# Renn Lab Thesis Project

## 2008 Reed Graduate

# Evan Bremer

###### Assessing the Presence, Stability, and Linearity of Dominance Hierarchies
Among Female Cichlids of the Species *Astatotilapia burtoni*

The African cichlid fish* Astatotilapia burtoni* has often been
used in studies of social behavior; the dominance systems of the males are
particularly well understood. Studies focusing on the females of the
species have been of their affiliative preference with respect to their
reproductive status. Since they school in the wild and in laboratory
settings, the potential for the development of a social structure is significant. I
chose to study female *A. burtoni* with respect to their dominance
structures and establish the groundwork for future studies of female dominance. To
do this, I observed two groups of female *A. burtoni* for a total
of 8 weeks, recording their agonistic interactions.

I compared two recognized methods of calculating dominance hierarchies to calculate ranks for the fish each week, and assessed these rankings for linearity and stability.

**The
dominance score** is calculated by dividing the number of victories
by the number of agonistic interactions.

**The dominance matrix** is calculated by assigning each fish
a score relative to each other fish and plotting these scores in a matrix. A
score of +1 was assigned to the fish in each dyad that has initiated more
aggressive actions against the other, and the other fish in the dyad was
assigned a score of -1. If the fish tied, then both are assigned a
score of 0. The
fish were then ranked by the sum of these scores from greatest to least. Once
these ranks have been established, greater weight is given to the outcomes
of individual dyads.

The ranks alone do not fully describe a dominance hierarchy.

**The
linearity** was measured with Landau's linearity index (h), which quantifies
the probability that a given hierarchy can be explained without
the inclusion of circular triads. It is calculated with the
following formula:

where *n *= number of individuals, *a* = an individual and *Va* =
number of individuals that individual outranks.

The stability over consecutive weeks was calculated by applying a Spearman rank correlation test. This measure tells one how similar two sets of data are, and is only useful when comparing two sets of data. It is calculated with the following formula:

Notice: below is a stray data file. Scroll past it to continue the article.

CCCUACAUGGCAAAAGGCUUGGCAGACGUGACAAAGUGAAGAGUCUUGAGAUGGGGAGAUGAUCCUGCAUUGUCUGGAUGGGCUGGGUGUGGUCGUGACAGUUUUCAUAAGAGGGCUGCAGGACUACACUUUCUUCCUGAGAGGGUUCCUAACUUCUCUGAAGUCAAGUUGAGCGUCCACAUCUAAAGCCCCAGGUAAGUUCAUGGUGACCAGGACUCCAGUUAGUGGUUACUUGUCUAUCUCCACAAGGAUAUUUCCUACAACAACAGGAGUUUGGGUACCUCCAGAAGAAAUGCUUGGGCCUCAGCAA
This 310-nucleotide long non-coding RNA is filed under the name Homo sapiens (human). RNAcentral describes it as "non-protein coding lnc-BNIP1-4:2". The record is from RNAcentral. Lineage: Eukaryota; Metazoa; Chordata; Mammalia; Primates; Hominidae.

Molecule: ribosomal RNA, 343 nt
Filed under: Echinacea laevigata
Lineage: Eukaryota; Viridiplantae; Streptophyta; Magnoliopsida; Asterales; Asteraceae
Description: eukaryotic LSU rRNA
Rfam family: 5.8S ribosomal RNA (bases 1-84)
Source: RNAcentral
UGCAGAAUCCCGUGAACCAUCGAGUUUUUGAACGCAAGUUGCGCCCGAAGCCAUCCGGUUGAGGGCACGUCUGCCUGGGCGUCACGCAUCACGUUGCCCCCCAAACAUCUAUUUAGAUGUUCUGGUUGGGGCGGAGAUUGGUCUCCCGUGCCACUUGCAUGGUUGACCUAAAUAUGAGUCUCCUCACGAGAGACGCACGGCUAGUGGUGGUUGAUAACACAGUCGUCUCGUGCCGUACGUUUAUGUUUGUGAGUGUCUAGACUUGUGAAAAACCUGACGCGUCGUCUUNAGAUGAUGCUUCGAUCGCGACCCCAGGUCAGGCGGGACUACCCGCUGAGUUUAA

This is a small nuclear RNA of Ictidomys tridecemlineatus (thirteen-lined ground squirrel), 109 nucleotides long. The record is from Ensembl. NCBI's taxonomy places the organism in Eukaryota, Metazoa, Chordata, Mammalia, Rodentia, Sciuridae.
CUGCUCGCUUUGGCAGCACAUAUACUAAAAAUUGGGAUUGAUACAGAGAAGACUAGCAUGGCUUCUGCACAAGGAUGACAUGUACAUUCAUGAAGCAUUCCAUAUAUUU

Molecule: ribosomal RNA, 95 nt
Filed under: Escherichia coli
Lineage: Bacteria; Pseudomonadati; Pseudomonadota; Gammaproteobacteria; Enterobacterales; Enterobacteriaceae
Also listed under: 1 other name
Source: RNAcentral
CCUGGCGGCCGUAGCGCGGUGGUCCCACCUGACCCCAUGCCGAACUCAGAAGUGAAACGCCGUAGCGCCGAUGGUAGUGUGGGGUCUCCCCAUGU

where *n* = the number of pairs of values and *di* = the difference
between the ranks in a pair.

My
findings suggest that female* A. burtoni* form dominance hierarchies
among themselves that are largely linear, but not stable over long durations.

These charts show the relatvie rank for each female in a single tank across the four weeks of observation. The dominance matrix method (a) and the dominance score method produce similar heirarchies. (codes represent colored beads of female tag (P= pink, Y= yellow, B= blue, G= green). Larger symbols indicate brooding.

The dominance score assumes a linear hierarchy, so Landau's linearity
index values for hierarchies calculated by this method may be artificially
high. Since
the dominance matrix and dominance score differ in their assumptions regarding
linearity, a quantitative comparison is inappropriate. Despite the
above, it is possible to make a qualitative judgement on which method is
better based on analyses of linearity. Since circular triads were
observed, the dominance score and other methods that assume linearity are
probably wrong choices. The dominance matrix is the best method analyzed
here.

Overall, stability over consecutive weeks is low (mean Spearman's rank correlation score: 0.27639 for dominance matrix and 0.39459 for dominance score. Correlations between ranking methods on the other hand is high.

This kind of detailed analysis of *A. burtoni* females and their
dominance structures has never been done before. All the data needs
to be verified, but I can conclude from this data that female *A. burtoni* do
form dominance structures that are stable for at least 24 hours. These
structures are mostly linear, but circular triads occasionally arise. It
is possible that reproductive status has an effect on dominance, but this
requires further study, and a longer observation period.

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